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You searched for +publisher:"University of Florida" +contributor:("Yezierski, Robert P."). Showing records 1 – 2 of 2 total matches.

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University of Florida

1. Marcinkiewcz, Catherine. A role for the organic cation transporter-3 in stress-induced psychopathology.

Degree: PhD, Medical Sciences - Neuroscience (IDP), 2010, University of Florida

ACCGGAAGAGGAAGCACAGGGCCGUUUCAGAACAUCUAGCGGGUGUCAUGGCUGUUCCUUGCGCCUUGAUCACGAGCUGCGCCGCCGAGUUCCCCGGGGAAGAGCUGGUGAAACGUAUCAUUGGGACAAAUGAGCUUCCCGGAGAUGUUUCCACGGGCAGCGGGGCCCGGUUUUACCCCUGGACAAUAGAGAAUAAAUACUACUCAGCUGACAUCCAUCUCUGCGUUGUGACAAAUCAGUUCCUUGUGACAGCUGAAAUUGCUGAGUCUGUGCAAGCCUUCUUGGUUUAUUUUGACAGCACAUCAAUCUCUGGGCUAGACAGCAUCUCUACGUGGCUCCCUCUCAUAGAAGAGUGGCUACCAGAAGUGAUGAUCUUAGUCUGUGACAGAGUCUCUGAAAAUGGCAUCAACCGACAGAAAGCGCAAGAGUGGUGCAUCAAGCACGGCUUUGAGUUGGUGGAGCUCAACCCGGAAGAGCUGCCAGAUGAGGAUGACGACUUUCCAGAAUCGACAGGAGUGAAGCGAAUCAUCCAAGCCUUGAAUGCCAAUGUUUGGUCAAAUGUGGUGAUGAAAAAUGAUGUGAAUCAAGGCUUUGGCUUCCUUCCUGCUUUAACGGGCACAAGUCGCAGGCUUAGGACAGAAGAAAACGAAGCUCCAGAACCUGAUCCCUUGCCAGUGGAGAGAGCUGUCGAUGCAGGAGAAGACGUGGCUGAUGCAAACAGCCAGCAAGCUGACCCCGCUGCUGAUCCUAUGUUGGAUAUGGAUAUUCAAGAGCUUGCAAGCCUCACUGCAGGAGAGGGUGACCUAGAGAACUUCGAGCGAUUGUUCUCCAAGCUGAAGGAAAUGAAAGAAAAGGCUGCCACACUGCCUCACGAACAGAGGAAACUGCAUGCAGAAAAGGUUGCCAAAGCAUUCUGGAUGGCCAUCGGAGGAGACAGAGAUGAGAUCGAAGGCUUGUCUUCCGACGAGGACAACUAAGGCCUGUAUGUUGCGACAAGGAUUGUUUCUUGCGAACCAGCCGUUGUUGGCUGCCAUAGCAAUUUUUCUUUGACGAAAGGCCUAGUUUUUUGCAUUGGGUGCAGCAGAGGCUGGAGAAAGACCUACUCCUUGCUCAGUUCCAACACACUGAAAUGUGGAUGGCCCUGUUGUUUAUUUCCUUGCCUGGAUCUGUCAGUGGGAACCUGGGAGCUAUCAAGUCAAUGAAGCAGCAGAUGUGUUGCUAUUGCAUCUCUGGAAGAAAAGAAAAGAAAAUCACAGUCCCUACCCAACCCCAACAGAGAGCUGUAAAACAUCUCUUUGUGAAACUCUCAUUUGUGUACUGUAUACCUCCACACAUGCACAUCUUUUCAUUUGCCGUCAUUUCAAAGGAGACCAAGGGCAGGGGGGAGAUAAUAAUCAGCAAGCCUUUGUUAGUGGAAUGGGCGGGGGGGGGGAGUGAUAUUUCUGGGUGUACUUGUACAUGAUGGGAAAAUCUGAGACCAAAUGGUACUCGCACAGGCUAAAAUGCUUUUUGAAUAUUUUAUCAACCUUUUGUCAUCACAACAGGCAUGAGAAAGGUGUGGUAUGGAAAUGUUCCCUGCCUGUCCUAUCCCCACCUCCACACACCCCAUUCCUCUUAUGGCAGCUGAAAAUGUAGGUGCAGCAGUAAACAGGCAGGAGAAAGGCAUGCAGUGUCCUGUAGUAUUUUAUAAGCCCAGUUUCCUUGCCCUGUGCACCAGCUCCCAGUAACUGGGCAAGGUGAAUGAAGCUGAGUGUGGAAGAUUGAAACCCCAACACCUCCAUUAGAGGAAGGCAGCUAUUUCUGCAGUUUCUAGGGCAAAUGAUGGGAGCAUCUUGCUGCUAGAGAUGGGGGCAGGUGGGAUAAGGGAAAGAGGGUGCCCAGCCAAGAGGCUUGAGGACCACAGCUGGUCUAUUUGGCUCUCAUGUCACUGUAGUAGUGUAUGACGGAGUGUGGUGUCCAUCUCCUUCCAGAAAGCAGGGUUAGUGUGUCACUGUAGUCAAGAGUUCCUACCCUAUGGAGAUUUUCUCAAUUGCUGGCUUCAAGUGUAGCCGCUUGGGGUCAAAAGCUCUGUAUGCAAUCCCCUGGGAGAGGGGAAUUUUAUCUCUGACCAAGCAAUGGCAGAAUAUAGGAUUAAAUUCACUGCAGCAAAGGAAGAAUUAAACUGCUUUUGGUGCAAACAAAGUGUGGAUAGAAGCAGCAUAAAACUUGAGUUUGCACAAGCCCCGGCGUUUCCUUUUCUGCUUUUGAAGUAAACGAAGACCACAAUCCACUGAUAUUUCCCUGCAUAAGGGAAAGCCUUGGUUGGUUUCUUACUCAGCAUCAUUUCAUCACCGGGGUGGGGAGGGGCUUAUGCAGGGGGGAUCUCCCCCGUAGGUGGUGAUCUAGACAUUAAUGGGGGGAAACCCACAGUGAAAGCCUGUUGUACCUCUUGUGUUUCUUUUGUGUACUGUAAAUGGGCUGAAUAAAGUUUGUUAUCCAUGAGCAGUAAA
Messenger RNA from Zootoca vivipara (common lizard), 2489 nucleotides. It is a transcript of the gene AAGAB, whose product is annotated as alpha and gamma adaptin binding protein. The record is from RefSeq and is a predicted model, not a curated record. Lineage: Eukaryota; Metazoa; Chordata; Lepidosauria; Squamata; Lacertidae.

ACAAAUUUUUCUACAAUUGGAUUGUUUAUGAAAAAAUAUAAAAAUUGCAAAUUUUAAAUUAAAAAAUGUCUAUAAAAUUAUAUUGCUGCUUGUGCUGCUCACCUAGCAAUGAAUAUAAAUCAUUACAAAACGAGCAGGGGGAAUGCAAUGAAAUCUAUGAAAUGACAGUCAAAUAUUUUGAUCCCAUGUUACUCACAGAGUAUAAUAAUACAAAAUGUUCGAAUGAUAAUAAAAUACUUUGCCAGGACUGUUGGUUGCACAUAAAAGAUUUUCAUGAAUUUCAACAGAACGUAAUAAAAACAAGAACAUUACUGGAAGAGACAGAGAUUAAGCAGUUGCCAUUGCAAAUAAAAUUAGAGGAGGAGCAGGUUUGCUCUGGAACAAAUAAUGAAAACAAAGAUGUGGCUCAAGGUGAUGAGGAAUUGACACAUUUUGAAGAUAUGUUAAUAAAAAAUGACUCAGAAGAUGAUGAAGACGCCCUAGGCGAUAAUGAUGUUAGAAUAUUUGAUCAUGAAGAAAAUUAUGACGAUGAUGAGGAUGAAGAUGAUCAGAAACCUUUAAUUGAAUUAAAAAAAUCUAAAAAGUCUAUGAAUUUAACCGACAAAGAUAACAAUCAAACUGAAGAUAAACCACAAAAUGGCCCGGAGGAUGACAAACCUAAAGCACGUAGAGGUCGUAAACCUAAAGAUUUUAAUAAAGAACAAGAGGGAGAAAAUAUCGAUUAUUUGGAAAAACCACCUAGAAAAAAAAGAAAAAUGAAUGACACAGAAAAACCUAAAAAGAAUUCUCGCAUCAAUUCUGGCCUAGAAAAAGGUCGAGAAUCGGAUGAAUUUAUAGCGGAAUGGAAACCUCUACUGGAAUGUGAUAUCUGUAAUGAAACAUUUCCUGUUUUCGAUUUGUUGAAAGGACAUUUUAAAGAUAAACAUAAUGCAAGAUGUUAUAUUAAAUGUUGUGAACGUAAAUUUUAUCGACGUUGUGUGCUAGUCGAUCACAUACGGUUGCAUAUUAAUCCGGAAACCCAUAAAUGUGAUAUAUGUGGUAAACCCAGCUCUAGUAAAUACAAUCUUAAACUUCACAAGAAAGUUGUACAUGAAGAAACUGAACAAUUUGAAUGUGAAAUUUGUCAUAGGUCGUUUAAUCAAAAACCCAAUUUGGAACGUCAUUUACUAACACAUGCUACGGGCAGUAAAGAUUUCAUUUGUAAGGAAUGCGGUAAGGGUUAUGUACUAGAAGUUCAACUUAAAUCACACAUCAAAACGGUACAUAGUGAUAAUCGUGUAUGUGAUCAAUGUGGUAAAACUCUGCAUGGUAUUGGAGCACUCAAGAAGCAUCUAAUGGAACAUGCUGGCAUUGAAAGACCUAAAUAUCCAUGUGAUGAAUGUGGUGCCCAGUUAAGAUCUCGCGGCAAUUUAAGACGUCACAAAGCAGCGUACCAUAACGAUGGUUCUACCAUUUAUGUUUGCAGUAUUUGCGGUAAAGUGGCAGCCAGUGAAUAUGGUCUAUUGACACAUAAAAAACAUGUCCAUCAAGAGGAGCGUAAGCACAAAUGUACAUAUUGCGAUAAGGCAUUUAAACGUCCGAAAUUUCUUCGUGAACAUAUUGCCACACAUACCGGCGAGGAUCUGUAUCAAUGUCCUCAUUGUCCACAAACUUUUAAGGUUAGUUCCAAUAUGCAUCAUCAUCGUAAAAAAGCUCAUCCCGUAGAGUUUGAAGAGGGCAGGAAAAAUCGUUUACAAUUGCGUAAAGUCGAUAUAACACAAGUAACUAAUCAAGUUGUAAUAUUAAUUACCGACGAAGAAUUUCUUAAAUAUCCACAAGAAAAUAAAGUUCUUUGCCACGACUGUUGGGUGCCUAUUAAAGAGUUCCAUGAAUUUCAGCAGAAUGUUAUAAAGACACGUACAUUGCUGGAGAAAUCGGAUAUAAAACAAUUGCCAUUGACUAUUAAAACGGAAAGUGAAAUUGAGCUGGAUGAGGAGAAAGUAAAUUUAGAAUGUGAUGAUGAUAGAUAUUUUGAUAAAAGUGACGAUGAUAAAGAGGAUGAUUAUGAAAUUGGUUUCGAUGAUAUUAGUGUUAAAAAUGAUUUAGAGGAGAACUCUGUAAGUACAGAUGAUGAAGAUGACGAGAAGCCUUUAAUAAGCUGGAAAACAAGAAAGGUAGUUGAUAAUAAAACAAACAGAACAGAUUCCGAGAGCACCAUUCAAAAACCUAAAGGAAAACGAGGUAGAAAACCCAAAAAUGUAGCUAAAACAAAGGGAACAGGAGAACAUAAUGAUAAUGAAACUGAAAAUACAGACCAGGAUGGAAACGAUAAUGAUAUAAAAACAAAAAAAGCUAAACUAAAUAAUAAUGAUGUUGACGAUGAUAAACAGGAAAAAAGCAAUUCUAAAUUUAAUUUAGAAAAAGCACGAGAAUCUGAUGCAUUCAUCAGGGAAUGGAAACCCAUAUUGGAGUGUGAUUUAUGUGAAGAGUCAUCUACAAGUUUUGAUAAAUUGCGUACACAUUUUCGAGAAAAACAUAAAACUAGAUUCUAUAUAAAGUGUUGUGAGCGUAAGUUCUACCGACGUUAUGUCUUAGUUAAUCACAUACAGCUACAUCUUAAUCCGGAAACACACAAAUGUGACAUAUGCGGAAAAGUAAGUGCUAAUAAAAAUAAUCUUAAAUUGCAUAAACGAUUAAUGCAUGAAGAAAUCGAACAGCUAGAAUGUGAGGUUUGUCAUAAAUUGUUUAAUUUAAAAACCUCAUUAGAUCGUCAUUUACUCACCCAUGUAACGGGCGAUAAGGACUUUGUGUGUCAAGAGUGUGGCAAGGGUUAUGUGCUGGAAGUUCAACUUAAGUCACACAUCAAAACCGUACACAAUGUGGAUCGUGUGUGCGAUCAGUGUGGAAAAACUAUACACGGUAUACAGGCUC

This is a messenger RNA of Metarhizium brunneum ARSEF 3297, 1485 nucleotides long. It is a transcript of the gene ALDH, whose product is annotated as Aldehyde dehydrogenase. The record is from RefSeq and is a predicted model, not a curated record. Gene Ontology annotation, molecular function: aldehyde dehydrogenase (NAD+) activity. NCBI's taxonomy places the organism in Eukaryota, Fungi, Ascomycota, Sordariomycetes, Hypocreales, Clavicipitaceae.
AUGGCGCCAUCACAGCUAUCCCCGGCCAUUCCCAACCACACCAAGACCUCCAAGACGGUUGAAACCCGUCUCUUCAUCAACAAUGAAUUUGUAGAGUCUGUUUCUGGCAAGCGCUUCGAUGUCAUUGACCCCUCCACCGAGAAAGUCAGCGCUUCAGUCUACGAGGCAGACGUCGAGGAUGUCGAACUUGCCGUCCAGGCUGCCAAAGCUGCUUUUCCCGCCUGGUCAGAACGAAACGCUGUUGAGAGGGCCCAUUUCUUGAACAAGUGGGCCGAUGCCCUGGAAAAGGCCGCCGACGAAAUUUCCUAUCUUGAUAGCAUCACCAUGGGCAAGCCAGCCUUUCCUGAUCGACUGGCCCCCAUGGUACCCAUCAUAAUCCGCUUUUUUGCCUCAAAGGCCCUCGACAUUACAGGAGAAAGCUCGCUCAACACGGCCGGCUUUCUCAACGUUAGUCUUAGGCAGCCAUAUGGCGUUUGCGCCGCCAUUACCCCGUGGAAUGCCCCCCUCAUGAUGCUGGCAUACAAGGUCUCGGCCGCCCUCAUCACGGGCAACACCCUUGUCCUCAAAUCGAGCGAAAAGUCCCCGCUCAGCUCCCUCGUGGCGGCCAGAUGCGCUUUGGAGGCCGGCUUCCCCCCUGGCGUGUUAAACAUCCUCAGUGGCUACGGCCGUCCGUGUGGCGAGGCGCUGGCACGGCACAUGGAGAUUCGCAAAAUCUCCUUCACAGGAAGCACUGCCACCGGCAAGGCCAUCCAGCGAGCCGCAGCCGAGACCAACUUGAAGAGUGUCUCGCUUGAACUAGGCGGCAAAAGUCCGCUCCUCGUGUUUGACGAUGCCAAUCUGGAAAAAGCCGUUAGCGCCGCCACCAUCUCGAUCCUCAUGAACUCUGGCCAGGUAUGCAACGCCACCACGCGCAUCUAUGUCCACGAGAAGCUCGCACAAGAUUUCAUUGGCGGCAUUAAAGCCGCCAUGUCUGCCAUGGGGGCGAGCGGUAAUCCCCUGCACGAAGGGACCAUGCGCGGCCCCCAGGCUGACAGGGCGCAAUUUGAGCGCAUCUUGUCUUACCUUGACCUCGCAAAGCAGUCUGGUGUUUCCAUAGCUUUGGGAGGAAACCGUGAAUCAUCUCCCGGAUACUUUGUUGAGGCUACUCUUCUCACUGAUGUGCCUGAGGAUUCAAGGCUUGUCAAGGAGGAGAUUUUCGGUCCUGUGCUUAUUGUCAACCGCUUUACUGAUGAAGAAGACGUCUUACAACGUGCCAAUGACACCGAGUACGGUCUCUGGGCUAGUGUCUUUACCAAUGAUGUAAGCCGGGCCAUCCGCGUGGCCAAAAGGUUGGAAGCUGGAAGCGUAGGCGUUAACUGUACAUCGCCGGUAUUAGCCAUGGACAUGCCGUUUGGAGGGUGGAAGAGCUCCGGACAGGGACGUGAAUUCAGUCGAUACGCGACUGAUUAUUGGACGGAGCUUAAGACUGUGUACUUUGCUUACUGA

The molecular genetic basis of individual susceptibility to stress-related psychiatric disorders is a subject of intense interest in the neuroscience community. For example, studies have shown that genetic polymorphisms in the 5-hydroxytryptamine transporter (5HTT) gene are associated with an increased likelihood of developing Major Depression, and it is likely that multiple other important signaling mechanisms may be disrupted in these knockouts. Genetic expression of organic cation transporter-3 (OCT3), a corticosterone-sensitive monoamine transporter, is upregulated in the hippocampus of 5HTT-deficient mice, suggesting that the OCT3 may play an important role in the regulation of cellular function relevant to major depression. In the present study, we characterized basal and stress-induced expression of the (OCT3) in the hippocampus, medial prefrontal cortex (mPFC), and striatum of Wistar-Kyoto (WKY) and Long-Evans (LE) rats by real-time PCR and Western blot. The WKY strain exhibits depressive-like behavior, heightened sensitivity to stress and a muted response to conventional antidepressants of the SSRI class, whereas the LE strain has been described as stress-resilient, exhibiting more active coping responses to stress. In our study, 5HTT gene expression was significantly downregulated in the hippocampus of WKY relative to LE rats with a corresponding basal elevation of the OCT3 in both the hippocampus and mPFC. These results indicate that the OCT3, which serves as a back-up transporter when the 5HTT is saturated or in low abundance, may be a critical modulator of 5HT clearance in the WKY rat. Rats were randomly assigned to the following groups: 1) control 2) acute restraint stress and 3) repeated social defeat + acute restraint stress. OCT3 gene expression was upregulated in the WKY rats exposed to acute restraint stress after a history of social defeat, but not in WKY rats exposed to acute restraint stress alone. By contrast, acute stress induced a robust increase in OCT3 gene expression in the hippocampus of LE rats, and this effect was not seen in the LE rats that had a history of social defeat. These results also suggest that the WKY rats exhibit a delayed genomic adaptation to stress. The pattern of stress-induced hippocampal gene expression of the glucocorticoid receptor (GR) was similar to the pattern of expression of the OCT3 gene within both strains, but the within-groups differences did not reach statistical significance. However, there was a significant correlation between OCT3 and GR gene expression in the hippocampus within each strain, suggesting that glucocorticoid signaling may regulate both GR and OCT3 gene expression. OCT3 gene expression was not significantly altered by stress in the mPFC or the striatum of WKY rats or LE rats, which is consistent with previous studies in 5HTT-knockout mice in which upregulation of the OCT3 was restricted to the hippocampus. Tissues for western blot analysis of OCT3 protein expression were collected 3 hours after the onset of the acute stressor (or equivalent… Advisors/Committee Members: Devine, Darragh P. (committee chair), Foster, Tom (committee member), Yezierski, Robert P. (committee member), Reep, Roger L. (committee member), Rowland, Neil E. (committee member).